When CREEPSHOW was first announced, it seemed like a horror fan’s dream come true. It united legendary director George A. Romero — the genius behind the original versions of NIGHT OF THE LIVING DEAD and DAWN OF THE DEAD, among other films of note — screenwriter Stephen King (if you have no idea who he is, did you just fly in from Iskandar or something?) and popular gore makeup artist Tom Savini (who did the shocking gore work for the original DAWN OF THE DEAD and then shot the slasher genre into cultural prominence with his groundbreaking effects in the first FRIDAY THE 13th, MANIAC, THE BURNING, and many others), and the film’s format was to be an anthology of five short stories, like a cinematic analog to an old E.C. horror comic (the kind that served to inspire King during his childhood). All of the high schoolers in my hometown who were horror addicts made sure to be there on opening night and what we got was a very mixed bag that has somehow come to be considered something of a classic, and for the life of me I cannot figure out why.
The film’s framing device involves a look into the household of a little boy whose asshole Alpha male dad reacts to his son’s interest in comics with the foaming-at-the-mouth rage one would expect if he’d caught the lad buggering the freshly butchered corpse of the neighbor’s daughter. The father rails against his son’s latest comic book acquisition, a copy of the titular CREEPSHOW, and throws it into the trash in spite of his son’s anguished protests. Once relegated to the trash, an eerie wind causes the pages of the comic to turn and the audience is shown five short stories of varying degrees of terror and/or interest:
It’s a gathering of various relatives of a rich old bastard who was awful to his descendants while he was alive, and now, seven years after his death— murdered by his long-suffering daughter — they all congregate at their yearly Father's Day dinner. What they don’t expect is the rotten old fuck clawing his way from the grave as a moldering and malevolent zombie who wants his “goddamned cake.” If you’ve ever read any given vintage issue of TALES FROM THE CRYPT, THE VAULT OF HORROR, or THE HAUNT OF FEAR, you already know where this one goes.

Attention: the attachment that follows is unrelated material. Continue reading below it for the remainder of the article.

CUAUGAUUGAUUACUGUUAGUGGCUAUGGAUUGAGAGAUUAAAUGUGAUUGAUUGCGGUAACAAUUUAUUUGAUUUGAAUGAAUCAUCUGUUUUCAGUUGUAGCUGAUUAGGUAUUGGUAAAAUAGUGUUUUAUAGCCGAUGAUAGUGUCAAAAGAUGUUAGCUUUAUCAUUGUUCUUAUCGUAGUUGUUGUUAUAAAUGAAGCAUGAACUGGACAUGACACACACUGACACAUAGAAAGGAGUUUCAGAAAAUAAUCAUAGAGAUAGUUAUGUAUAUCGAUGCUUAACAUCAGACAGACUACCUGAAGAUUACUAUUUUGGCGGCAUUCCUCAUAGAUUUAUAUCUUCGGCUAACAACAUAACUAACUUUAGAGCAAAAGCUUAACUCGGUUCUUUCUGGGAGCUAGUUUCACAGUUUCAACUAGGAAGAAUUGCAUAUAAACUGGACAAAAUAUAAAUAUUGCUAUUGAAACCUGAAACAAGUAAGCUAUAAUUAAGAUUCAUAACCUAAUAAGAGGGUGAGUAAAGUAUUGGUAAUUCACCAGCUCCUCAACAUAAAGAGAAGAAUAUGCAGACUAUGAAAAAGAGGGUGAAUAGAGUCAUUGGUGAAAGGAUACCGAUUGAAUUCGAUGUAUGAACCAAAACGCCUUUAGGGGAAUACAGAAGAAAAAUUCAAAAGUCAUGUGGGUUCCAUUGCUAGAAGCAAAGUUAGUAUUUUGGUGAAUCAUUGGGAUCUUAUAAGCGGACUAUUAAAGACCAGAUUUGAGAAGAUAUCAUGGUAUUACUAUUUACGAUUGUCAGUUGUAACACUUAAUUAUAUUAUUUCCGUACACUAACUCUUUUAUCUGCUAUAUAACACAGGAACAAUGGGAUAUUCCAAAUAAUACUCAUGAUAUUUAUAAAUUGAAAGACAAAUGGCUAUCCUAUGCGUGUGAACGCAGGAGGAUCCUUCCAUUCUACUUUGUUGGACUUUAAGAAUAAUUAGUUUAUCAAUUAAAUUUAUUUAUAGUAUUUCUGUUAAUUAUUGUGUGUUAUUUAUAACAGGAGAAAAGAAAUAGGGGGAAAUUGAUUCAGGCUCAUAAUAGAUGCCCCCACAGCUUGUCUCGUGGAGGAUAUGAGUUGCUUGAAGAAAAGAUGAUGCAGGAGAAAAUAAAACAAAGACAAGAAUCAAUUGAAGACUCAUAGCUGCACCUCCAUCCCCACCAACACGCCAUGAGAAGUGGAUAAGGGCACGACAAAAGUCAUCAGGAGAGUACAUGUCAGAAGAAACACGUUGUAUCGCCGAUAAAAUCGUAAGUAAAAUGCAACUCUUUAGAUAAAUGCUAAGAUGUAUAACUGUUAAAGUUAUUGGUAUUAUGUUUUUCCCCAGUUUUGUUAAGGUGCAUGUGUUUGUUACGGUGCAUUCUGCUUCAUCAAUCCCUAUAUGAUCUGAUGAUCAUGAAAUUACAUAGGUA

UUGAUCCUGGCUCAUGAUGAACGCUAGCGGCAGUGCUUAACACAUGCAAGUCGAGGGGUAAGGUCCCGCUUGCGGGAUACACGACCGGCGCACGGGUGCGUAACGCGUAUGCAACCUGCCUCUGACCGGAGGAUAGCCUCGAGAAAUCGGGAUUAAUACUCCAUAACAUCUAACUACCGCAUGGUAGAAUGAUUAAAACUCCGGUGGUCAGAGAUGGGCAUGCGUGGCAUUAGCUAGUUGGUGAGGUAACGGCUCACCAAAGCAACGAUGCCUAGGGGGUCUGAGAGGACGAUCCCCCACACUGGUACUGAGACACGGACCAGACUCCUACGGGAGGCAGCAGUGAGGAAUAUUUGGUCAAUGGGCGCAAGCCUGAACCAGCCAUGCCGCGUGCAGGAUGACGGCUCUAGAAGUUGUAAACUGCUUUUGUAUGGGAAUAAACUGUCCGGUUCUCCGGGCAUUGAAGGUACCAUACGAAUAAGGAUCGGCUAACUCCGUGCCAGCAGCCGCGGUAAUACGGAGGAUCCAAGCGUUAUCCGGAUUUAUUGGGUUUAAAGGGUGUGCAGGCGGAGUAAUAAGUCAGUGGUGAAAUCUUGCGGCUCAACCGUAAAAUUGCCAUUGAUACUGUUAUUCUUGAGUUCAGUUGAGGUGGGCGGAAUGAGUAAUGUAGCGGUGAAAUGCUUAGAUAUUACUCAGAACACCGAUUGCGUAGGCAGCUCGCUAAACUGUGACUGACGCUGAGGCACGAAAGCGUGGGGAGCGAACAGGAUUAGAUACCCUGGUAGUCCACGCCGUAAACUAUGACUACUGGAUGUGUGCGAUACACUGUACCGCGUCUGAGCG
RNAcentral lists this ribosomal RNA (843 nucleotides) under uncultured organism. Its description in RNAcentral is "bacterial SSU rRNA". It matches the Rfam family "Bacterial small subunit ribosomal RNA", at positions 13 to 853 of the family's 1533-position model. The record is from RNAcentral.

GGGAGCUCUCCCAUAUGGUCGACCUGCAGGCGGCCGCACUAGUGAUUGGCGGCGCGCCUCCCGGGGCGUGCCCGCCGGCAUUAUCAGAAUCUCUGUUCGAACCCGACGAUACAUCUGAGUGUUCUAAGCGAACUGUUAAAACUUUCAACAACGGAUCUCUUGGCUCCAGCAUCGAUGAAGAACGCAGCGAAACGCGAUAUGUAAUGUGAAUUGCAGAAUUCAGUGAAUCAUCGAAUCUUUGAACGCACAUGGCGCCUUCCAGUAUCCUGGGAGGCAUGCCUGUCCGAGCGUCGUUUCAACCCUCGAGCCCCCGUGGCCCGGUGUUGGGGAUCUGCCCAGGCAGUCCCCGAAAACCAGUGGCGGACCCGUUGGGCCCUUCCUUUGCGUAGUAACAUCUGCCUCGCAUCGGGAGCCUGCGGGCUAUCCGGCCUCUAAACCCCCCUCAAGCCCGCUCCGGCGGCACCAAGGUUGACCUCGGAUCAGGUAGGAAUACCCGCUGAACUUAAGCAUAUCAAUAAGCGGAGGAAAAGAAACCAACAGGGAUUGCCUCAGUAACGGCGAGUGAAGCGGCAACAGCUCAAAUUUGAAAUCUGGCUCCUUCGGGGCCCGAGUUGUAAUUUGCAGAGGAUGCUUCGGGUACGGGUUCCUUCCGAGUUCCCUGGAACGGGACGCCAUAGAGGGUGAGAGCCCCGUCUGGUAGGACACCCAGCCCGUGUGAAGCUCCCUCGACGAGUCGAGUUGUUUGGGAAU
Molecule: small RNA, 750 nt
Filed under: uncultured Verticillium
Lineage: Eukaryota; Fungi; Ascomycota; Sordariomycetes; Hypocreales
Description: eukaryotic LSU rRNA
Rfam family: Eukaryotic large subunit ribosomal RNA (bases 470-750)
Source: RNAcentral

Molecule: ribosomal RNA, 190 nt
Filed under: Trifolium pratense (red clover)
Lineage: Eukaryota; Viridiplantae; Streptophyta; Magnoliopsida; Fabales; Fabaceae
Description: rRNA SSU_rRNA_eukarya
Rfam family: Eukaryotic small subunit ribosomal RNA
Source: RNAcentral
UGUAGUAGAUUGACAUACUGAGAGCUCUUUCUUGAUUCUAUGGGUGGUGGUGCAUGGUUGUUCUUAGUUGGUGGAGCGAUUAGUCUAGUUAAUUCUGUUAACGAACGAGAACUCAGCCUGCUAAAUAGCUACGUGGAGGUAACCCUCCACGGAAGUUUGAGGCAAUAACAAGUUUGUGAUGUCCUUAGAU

This segment could have benefited from a much tighter edit because it’s simply too long for a yarn this slight that only exists to get to its none-too-surprising or scary visual punchline.
“The Lonesome Death of Jordy Verrill”
This segment is widely hailed as the weakest in the film and that’s not an unfair assessment, but it’s a damned shame because the core premise had potential. Dumbass hayseed Jordy Verrill (played by Stephen King to painfully broad and screechingly unfunny effect) finds a crashed meteor in his yard and makes the mistake of touching it. In no time, Jordy is covered with aggressively proliferating weeds of extra-terrestrial origin, and all they want to do is absorb moisture and continue growing.